These two examples demonstrate how western and Indigenous pedagogies can be aligned to create an enriched learning experience. The first is a lesson on descriptive writing which utilises both pedagogies in creating a richer experience for students. The second is an image which portrays the university experience of myself and peers through Indigenous perspectives after reflecting in a western way.
Although the curriculum requires Indigenous inclusions, it lacks ways and definitions on how to incorporate these. The 8Ways (8 Aboriginal Ways of Learning, 2013) is a fantastic framework to help guide teachers into how to incorporate and align western and Indigenous pedagogies. It is useful in realising the ways Indigenous people view the world. 8Ways (8 Aboriginal Ways of Learning, 2013) helps to acknowledge these ways in realising how these could be incorporated into teaching and learning, in entering into a culturally responsive and relevant learning environment to form relationships with all involved.
A third cultural space is the space in which two cultures work together and alongside each other to incorporate the perspectives of both into a single approach (Queensland Government, 2011). This might be done through learning about both perspectives and how they influence the other in identifying similarities and combining these to make an effective space. This would enhance the curriculum in exploring more than one perspective, developing new skills and values for the success in life and portraying the respect and value of both perspectives in education and hence society. This third space enables a broader knowledge base and understanding of ideas through exploring through various lenses which would be lost if there were only one perspective being taught. It has the potential to broaden understandings with various perspectives to allow broad approaches to problems and learning into the future.
There are many possibilities for the design and structure of learning spaces into the future. Which factors of the globe will have the most affect on these spaces? Technology, globalisation, war, poverty, multiculturalism. In the future will classrooms be based on global connections or local partnerships?
In thinking about future learning spaces, I believe it is difficult to predict what the physical structures might look like. However I do believe there will be a particular skill set necessary for all students and teachers to possess in order to succeed. This may include: creativity, innovation, problem solving, persistence and resilience. These I feel, will enable most situations to be successful.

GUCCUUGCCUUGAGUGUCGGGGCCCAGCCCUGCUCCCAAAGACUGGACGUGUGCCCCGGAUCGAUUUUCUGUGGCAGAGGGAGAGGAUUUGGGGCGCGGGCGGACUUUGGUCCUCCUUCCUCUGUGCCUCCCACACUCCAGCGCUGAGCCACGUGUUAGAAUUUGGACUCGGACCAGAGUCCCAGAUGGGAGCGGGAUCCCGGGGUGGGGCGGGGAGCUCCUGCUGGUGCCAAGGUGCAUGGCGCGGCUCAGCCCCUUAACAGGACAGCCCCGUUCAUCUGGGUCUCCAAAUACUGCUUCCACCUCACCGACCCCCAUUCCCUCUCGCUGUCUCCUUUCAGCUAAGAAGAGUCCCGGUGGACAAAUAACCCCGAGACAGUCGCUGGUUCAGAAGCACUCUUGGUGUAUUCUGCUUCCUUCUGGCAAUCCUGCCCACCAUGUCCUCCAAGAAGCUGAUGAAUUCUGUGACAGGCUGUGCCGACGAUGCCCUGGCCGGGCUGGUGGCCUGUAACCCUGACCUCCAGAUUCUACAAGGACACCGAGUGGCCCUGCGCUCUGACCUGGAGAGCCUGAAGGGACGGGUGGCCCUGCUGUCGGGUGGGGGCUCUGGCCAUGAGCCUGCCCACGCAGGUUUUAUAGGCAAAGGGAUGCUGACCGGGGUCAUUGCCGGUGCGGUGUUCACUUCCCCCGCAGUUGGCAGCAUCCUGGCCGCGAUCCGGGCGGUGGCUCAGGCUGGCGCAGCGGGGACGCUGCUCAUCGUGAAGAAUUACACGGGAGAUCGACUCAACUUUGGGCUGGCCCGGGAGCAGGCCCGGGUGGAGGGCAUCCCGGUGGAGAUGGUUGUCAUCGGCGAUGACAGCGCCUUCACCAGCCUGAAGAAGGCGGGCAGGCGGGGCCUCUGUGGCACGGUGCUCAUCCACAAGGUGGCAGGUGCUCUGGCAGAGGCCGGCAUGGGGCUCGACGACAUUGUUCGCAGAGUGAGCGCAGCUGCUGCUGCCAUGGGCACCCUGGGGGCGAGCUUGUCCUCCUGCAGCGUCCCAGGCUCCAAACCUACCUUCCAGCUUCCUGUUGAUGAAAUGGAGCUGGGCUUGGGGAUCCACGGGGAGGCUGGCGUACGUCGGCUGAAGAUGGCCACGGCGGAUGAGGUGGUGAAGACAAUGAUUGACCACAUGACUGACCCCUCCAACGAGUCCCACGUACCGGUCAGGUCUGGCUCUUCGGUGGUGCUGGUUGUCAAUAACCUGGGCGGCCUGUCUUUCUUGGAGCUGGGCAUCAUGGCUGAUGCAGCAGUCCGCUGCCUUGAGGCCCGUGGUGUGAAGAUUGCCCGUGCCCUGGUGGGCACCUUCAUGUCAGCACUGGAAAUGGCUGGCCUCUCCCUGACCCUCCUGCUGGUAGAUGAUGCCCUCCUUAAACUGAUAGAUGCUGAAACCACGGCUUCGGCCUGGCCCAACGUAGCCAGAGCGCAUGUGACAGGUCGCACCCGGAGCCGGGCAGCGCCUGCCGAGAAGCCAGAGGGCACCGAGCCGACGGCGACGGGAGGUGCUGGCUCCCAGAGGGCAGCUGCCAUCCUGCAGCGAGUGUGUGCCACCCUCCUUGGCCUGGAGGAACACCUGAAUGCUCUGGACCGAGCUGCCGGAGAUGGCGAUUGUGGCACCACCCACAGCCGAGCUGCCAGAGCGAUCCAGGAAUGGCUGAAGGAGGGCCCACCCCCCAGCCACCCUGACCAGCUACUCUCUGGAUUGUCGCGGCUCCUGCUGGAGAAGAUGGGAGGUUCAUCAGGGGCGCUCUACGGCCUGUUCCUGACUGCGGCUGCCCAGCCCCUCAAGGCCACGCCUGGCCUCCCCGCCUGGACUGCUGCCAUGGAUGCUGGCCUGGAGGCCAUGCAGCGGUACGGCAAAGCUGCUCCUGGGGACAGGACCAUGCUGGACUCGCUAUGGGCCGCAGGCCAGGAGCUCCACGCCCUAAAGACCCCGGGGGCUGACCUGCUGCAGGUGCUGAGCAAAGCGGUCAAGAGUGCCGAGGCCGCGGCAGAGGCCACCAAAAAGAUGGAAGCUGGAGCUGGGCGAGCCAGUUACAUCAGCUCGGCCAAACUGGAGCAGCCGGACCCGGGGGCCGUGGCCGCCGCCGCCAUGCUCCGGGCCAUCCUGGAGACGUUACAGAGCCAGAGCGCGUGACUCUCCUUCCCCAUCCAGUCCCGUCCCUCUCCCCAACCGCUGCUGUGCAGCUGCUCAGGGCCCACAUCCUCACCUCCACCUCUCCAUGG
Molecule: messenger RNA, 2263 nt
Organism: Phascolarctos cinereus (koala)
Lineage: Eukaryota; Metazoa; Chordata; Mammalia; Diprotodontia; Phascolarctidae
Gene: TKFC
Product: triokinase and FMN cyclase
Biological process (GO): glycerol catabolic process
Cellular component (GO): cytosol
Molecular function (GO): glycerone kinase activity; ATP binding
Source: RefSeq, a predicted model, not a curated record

The idea of classroom design being based on the culture and society which surrounds the school (Marietta, 2009) is important. It provides the link between the school and community, which is what we desire as teachers. The idea of using the environment and the culture to design classrooms holds significant power for making education real and valuable in the context it is in. Is it really valuable to have classrooms designed in the same ways across the world, not taking into account individual cultures, or is it more beneficial to have individually designed classrooms which utilise the information, culture and environment of the specific context, which holds more power for education?
I had thought self-directed learning was the way in which you took learning into your own hands. Whilst this is still true there are much broader implications of this than simply own learning. There are multiple perspectives of self-directed learning including an attribute/autonomy, management, control and desire to learn (Smith, 1996). These broaden my understanding of what I thought was a relatively simple concept. The notion of self is a context driven concept which therefore relates to how we define self-direction. It is hugely influenced by context and cultural history. I believe the notion of self-direction is important in order to be self sufficient in today’s society. It is a necessary skill, however it is perceived, to be a lifelong learner and continue to contribute to the forever changing world. A Taxonomy could help with self-direction in enabling questions and levels of thinking to assist self-reflection.
In identifying what assists me in being self-directed, here is my taxonomy:
1. Identification – What do I need to learn? What am I learning about?
2. Method – How can I learn this? With what strategies are useful?
3. Summarising – What is it I have learnt?
4. Understanding – How does this fit with my current knowledge? Does this change my perspectives? How have they changed?
5. Evaluation – How does this fit with my current practice?
6. Application – How can I implement this new knowledge into my practice? Is it applicable?